US Stamps

Eight iterations of Uncle Sam return on additional-ounce coil

Jan 17, 2019, 2 PM

By Michael Baadke

If you think the latest United States coil stamp looks familiar, there’s a good reason for that.

The nondenominated (15¢) Uncle Sam’s Hat coil stamp for additional-ounce postage borrows its eight-hat design from an earlier additional-ounce stamp issued in a pane of 20 on Feb. 18, 2017 (Scott 5174).

The new stamp is being issued in a coil of 100 on Jan. 27 as part of the Sunday landslide of new issues accompanying postage rate changes that go into effect the same day.

For the additional-ounce rate, that change is actually a reduction, and a significant one at that.

The Postal Service previously charged an additional 21¢ per ounce for each ounce over  the 1 ounce that a regular letter weighs, up to 3.5 ounces.

That add-on fee drops to 15¢ for this rate change, which means all previous U.S. stamps inscribed “additional ounce,” including the 2017 Uncle Sam’s Hat stamp, are losing nearly 30 percent of their postage value.

There is no first-day ceremony planned for the new stamp, which for first-day-cancel purposes will be officially issued in Kansas City, Mo.

Using the Postal Service’s promotional artwork as a guide, the new stamp varies from the 2017 issue in two easily identifiable ways: The coil has straight die cuts at top and bottom, as opposed to the wavy line die cuts on all four sides of the earlier issue, and a 2019 year date appears in the upper left corner of the new coil, while the sheet stamp shows a 2017 year date reading up in the lower left corner.

As a coil stamp, the new issue will have a small plate number printed on every 31st stamp in the roll, presumably beneath the text near the bottom that reads “Additional ounce USA.”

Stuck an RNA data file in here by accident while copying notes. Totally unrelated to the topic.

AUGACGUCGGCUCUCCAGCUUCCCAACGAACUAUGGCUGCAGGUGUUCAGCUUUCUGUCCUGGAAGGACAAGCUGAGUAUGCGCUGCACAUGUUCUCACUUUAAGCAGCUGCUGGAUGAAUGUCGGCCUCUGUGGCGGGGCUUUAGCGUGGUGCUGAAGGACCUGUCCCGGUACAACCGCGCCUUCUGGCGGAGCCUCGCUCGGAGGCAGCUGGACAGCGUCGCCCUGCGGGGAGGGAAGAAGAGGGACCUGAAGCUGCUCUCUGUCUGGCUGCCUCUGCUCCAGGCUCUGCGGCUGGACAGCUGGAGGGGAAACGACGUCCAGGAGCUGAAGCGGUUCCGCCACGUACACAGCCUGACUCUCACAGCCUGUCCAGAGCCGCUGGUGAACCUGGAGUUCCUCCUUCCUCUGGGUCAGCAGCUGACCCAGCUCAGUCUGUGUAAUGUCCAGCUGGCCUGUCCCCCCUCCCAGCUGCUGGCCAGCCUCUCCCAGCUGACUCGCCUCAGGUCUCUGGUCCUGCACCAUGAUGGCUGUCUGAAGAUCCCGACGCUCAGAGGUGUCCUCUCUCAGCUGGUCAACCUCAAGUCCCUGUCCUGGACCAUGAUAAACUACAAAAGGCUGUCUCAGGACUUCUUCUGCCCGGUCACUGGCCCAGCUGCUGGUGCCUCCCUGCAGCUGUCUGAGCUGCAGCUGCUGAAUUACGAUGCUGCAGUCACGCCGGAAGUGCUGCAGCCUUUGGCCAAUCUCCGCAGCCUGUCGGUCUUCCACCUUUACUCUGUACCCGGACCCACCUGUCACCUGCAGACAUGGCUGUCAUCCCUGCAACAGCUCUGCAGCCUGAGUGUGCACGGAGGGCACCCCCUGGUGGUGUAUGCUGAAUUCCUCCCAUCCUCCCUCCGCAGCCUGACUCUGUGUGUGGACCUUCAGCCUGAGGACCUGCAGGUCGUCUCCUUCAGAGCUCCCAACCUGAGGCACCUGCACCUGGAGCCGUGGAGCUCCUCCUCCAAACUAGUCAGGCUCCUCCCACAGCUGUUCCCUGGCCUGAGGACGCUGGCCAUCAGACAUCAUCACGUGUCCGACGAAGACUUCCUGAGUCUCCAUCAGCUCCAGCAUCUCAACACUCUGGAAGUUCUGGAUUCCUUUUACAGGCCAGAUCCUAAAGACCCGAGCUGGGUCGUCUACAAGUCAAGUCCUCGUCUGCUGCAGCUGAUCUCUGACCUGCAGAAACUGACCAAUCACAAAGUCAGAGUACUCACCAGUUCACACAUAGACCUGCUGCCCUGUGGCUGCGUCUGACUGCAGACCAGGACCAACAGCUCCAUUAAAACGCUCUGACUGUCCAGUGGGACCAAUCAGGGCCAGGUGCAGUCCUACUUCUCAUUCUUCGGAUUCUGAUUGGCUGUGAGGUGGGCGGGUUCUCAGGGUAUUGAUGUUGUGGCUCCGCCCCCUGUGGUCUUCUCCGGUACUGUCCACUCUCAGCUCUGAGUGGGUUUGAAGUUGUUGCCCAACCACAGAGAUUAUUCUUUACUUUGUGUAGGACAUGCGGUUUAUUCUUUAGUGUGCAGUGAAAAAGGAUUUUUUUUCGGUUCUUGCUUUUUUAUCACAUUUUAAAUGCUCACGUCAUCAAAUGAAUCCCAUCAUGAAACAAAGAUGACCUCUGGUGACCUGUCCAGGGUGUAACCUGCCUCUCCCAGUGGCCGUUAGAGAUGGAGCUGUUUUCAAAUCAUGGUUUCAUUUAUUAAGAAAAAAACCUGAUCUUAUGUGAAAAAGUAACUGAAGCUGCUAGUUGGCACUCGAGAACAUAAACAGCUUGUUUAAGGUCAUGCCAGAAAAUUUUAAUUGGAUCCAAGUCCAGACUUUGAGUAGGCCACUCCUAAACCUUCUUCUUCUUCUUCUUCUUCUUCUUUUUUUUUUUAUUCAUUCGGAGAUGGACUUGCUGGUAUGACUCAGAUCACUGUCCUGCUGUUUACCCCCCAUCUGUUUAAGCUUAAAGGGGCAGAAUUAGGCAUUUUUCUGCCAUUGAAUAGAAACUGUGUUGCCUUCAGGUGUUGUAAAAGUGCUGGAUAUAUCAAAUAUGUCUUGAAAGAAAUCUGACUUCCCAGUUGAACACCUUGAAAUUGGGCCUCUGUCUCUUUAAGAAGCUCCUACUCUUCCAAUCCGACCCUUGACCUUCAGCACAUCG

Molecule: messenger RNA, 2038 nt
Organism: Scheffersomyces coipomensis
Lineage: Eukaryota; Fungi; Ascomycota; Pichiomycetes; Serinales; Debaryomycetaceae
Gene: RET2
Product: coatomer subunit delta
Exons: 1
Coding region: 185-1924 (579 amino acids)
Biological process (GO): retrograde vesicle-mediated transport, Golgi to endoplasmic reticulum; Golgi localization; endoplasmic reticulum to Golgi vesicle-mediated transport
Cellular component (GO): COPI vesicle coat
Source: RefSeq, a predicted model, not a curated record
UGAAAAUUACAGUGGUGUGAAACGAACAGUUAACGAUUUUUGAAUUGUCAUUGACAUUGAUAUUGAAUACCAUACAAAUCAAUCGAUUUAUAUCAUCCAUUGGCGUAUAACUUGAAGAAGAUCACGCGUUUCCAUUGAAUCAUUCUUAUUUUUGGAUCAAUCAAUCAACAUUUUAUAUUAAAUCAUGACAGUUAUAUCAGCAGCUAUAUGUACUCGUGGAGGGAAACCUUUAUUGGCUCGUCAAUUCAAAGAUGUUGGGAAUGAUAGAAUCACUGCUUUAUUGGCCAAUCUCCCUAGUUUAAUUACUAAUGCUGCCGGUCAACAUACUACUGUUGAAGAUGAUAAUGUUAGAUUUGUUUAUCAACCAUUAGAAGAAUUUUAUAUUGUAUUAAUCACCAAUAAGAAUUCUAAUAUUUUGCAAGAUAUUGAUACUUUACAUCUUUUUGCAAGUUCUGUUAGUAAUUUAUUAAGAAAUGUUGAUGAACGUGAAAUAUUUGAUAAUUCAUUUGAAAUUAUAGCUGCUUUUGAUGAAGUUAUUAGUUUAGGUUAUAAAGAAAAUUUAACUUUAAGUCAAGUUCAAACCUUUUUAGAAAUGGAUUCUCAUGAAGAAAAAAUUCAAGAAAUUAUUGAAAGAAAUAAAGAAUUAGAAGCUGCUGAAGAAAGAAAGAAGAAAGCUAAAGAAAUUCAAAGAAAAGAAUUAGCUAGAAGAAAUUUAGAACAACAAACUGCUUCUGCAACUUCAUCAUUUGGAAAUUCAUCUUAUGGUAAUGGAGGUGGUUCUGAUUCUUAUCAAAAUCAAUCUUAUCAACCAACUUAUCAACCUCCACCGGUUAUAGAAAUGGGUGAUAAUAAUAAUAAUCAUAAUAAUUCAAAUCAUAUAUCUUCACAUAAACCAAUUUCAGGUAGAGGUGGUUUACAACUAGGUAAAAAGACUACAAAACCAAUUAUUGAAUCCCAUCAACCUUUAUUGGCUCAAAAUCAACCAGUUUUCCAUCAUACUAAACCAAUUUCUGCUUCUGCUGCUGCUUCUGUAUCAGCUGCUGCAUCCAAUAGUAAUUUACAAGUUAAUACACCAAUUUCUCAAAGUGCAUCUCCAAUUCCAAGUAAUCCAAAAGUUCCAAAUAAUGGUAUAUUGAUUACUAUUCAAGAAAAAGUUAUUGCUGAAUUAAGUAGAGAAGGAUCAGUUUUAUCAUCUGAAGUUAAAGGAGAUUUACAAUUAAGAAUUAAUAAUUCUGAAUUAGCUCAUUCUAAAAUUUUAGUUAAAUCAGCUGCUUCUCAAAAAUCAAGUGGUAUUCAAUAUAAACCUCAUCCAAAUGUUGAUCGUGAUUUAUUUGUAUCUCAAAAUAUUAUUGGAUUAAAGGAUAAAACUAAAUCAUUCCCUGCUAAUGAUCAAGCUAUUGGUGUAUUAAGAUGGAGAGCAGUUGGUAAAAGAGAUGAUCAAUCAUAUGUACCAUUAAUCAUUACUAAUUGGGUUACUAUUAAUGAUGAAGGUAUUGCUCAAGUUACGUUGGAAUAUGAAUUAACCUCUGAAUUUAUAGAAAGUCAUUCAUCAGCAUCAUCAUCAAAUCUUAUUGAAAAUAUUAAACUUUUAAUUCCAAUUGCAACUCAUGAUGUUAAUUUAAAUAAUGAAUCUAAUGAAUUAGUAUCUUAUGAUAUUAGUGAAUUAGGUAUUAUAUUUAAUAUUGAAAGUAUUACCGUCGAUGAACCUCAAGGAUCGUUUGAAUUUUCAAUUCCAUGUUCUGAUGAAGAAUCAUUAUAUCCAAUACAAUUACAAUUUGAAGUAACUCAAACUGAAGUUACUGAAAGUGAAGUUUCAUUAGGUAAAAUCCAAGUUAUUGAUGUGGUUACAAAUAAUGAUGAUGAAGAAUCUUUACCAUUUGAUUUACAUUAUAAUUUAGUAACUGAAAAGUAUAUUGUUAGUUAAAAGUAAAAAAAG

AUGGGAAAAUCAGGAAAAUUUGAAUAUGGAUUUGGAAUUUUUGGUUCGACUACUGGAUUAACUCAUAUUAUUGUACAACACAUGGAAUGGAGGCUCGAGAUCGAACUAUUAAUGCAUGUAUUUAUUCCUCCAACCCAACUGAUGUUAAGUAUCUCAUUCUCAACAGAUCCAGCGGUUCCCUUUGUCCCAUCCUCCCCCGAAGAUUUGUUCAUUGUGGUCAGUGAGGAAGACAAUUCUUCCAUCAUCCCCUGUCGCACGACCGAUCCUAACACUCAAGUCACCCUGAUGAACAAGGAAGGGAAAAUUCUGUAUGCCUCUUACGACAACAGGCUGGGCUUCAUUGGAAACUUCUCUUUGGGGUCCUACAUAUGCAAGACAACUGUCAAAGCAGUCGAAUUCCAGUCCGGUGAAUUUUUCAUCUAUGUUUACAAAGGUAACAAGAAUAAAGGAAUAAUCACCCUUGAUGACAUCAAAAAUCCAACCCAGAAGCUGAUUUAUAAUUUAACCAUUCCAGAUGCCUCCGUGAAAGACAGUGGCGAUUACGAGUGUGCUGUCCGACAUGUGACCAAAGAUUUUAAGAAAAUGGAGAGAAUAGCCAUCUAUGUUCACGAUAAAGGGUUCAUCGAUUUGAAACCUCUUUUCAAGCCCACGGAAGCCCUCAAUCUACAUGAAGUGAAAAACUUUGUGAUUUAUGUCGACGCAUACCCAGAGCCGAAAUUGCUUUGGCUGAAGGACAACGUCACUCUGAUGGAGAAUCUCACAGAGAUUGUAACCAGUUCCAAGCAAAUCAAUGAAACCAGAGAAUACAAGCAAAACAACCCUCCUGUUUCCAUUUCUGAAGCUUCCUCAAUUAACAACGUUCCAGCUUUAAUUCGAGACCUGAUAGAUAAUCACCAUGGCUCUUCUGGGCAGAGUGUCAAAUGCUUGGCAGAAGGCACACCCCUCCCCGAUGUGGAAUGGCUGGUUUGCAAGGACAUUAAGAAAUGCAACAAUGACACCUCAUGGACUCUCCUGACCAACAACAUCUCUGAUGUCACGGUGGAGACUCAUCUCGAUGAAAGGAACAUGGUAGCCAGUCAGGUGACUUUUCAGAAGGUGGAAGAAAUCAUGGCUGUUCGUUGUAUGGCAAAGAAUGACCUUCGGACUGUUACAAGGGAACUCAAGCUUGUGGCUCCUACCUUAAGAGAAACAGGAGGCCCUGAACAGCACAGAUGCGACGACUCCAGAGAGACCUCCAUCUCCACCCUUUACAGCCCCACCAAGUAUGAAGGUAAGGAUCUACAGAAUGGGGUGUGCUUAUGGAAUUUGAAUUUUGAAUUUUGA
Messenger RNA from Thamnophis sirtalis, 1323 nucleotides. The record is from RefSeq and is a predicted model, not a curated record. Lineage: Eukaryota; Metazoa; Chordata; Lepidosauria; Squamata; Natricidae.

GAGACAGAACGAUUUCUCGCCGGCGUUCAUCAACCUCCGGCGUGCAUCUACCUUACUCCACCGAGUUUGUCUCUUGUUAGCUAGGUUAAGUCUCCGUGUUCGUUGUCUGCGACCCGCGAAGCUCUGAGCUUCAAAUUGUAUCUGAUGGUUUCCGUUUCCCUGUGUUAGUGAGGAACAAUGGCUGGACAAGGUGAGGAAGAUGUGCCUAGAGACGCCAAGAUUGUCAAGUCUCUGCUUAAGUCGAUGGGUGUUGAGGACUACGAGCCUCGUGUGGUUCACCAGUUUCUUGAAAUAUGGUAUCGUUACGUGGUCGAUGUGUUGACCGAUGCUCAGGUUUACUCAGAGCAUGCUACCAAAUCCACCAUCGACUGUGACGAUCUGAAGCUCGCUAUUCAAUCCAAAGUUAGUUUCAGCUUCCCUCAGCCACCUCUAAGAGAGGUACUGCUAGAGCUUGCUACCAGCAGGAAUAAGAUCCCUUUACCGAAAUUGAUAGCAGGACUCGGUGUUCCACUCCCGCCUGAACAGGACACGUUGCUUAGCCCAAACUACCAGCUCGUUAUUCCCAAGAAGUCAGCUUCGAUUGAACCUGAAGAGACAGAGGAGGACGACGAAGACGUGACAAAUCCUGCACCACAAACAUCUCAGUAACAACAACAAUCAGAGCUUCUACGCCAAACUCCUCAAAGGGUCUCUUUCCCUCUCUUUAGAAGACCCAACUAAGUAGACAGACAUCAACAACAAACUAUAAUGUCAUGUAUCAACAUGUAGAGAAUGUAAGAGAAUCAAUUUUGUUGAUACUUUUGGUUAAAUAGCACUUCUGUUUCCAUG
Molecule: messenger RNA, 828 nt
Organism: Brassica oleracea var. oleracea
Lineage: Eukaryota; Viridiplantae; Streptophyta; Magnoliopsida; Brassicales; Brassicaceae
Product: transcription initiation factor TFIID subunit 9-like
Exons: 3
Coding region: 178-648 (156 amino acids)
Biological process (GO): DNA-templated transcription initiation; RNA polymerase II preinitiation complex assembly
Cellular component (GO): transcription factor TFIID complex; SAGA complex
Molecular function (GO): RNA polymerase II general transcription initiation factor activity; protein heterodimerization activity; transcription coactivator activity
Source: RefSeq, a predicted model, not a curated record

Postal Service art director Antonio Alcala created the design shown on the new stamp and the original.

“The stamp features eight graphic top hats in Uncle Sam’s signature style,” according to the Postal Service, “with red and white vertical stripes above a blue band with a white star and a gray brim.

“Beneath each hat is an oval shape representing a face, each in a different shade, meant to suggest the ethnic and racial diversity of the United States.”

The figure of Uncle Sam as a symbol of the United States traces back to an actual American businessman, Sam Wilson of Troy, N.Y.

Wilson supplied canned meat for troops during the War of 1812, and the soldiers began referring to it as Uncle Sam’s meat after noting the “U.S.” markings on the product.

“By the 1830s, the character began appearing in cartoons and advertisements,” according to the Postal Service.

A famous World War I poster seeking military recruits reprints the most famous illustration of Uncle Sam as interpreted by artist James Montgomery Flagg. The solemn icon is shown pointing his finger at the viewer, along with bold text that conveys his imperative message: “I want you for U.S. Army.”

Part of the poster was reproduced on a 32¢ Celebrate the Century stamp in 1998 (Scott 3183i).

Also in 1998, a saluting Sam was featured on a 22¢ stamp (Scott 3259 and 3263), and a single Uncle Sam’s hat was the main design of a nondenominated (33¢) set of H-rate stamps for first-class letter mail (3260, 3264-3269).

An Old Glory booklet of 37¢ stamps issued in 2003 includes one stamp depicting a work of 20th-century folk art that has Uncle Sam pedaling a high-wheel bicycle and carrying a Liberty flag (Scott 3776).

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